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What I’m Working on Now

I just wanted to share what I’m working on now, as Founding Members are probably wondering.

I’m changing how Print My Blog loads posts into the print-page, and how the print-page’s contents are converted into PDF.

How Print My Blog Creates the Print-Page

The “print-page” is the print-ready page generated by Print My Blog. Other plugins that make PDFs usually create the PDF on the server, then let the user download it. Print My Blog, on the other hand, just generates a regular HTML page which your browser can then turn into a PDF, or eBook, or print directly.

Other plugins can’t support creating PDFs with more than a few hundred posts because servers often “time out” once a job takes too long loading all those posts at once. So I needed a way to break the job up into manageable chunks.

So, Print My Blog instead sends the user to the print-page which initially has no post content in it; but it incrementally loads the content in small batches from the server. It does this using WordPress’ REST API.

The REST API is a feature of nearly all WordPress sites, and so it saved me a bunch of time in development. However, after over a year of it, I’m seeing a few drawbacks to it.

The first problem is that many security plugins have disabled it, which means plugin users and myself often need to spend quite a bit of time debugging it.

The other problem is that it’s difficult getting it to generate a PDF with multiple post types, which is a commonly-requested feature for Print My Blog Pro.

Avoiding Generating PDFs in the Browser

Unlike other plugins, Print My Blog lets the user’s web browser create PDF documents. Some major advantages of this are:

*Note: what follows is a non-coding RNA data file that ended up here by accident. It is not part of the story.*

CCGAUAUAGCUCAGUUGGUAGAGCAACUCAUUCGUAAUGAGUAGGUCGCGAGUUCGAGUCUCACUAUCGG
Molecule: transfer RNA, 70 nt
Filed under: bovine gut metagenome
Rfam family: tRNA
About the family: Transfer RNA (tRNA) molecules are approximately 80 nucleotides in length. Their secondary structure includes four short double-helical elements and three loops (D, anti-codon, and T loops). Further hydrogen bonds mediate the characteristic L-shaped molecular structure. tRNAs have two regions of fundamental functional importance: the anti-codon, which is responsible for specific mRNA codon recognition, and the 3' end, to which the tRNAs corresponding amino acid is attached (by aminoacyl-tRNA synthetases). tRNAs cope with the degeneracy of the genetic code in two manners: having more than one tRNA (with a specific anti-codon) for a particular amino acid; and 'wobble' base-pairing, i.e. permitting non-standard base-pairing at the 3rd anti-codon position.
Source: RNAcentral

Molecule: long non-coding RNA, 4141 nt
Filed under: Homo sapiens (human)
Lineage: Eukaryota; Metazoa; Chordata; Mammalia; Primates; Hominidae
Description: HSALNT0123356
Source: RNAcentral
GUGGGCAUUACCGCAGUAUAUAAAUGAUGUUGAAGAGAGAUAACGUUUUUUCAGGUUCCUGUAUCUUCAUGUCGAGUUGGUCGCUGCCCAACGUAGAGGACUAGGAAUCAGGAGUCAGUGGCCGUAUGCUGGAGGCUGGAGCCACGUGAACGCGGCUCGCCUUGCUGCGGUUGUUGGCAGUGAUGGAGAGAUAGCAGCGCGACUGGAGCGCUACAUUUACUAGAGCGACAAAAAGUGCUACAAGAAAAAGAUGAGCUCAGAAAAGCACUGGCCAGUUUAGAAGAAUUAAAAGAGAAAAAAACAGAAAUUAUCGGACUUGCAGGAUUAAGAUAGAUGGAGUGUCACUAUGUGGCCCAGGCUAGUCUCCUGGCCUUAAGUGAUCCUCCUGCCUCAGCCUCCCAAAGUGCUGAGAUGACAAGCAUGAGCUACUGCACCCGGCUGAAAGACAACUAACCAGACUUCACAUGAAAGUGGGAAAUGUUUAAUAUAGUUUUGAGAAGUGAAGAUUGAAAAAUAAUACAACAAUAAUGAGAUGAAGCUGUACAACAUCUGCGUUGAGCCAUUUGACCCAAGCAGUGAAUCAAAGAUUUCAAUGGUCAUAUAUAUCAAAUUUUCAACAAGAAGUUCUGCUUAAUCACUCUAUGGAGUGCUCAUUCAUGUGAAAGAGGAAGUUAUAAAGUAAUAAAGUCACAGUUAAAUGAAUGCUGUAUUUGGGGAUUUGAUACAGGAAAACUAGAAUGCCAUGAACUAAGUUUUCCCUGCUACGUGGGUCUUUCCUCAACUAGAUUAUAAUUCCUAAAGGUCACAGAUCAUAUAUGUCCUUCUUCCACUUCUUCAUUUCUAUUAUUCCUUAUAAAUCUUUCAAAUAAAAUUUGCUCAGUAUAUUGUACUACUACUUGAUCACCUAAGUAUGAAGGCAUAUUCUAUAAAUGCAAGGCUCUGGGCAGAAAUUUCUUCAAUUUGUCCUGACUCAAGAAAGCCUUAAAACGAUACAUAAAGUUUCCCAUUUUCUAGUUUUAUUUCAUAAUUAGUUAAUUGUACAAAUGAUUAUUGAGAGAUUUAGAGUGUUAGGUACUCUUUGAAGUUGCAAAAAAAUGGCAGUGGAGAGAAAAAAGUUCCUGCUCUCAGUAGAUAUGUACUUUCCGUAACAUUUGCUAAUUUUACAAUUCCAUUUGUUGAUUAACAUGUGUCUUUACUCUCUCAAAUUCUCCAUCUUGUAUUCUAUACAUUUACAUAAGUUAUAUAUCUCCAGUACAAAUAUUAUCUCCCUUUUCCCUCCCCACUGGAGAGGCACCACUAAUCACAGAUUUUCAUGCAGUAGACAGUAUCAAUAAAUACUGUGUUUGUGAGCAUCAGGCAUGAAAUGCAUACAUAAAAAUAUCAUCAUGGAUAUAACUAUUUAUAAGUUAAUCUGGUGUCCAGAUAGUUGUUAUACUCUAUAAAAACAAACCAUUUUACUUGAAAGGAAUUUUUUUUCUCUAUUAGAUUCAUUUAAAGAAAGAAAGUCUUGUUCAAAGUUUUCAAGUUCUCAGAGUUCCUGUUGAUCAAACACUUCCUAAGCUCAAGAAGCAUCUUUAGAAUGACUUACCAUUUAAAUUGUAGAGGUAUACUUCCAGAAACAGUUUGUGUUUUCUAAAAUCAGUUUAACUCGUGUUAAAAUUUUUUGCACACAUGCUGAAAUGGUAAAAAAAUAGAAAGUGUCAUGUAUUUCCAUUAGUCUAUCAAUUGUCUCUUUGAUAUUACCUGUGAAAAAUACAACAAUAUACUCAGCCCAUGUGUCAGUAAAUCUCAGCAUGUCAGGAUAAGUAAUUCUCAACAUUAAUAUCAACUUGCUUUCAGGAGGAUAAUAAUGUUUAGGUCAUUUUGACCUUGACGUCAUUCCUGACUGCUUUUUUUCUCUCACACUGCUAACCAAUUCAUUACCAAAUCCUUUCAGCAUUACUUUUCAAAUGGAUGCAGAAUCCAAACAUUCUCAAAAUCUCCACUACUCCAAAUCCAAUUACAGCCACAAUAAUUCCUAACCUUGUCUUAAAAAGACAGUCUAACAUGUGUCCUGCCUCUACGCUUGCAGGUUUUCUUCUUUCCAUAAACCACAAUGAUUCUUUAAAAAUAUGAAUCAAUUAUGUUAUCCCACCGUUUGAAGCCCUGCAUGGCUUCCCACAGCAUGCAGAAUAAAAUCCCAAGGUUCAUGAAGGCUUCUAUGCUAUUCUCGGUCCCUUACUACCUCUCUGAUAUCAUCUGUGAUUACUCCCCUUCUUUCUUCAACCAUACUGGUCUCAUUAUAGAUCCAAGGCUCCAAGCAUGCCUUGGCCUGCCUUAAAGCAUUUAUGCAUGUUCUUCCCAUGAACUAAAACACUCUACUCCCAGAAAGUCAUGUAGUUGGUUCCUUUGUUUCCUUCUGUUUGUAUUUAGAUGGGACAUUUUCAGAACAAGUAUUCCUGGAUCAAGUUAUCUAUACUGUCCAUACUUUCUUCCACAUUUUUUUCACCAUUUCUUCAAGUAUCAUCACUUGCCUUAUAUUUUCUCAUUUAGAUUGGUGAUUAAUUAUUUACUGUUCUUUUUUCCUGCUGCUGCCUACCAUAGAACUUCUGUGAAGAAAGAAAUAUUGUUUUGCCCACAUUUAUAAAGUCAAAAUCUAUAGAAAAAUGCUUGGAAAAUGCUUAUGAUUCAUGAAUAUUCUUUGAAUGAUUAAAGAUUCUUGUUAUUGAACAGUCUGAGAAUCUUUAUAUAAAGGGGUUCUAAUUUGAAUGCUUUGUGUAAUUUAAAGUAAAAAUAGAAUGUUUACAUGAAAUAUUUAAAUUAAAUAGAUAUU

• PDFs can be thousands of posts long (whereas trying to make a PDF that long server-side is often too much for the server)
  • the browser gets to first execute the page’s Javascript, which is often critical for making the printout look right
  • there’s a lot less code needed in Print My Blog, which saved me time and makes the download much smaller

But there have also been some disadvantages:

  • Some browsers, like Firefox, need an extension to create PDFs
  • Different browsers generate PDFs differently; for example, Firefox’s PDFs don’t contain hyperlinks but Google Chrome’s do
  • Browsers only do a mediocre job of laying out the content so it looks right in a printed page; for example, sometimes images are cut in half

It seems the best option is to use the software Prince XML, or the DocRaptor webservice, to generate the PDFs on a separate server. These options aren’t free, but they should address the problems browsers have.

  • The user won’t need to install any browser extension
  • PDfs will look the same regardless of which browser is being used
  • They have the best support I’ve seen for print CSS

What’s Next?

My development style is to try to build something simple and bare-bones first, that works from end-to-end, then circle back and improve everything along the way. It’s an iterative approach inspired by The Lean Startup and Shape Up.

So once I have something working from end-to-end, we can start discussing what to improve on.

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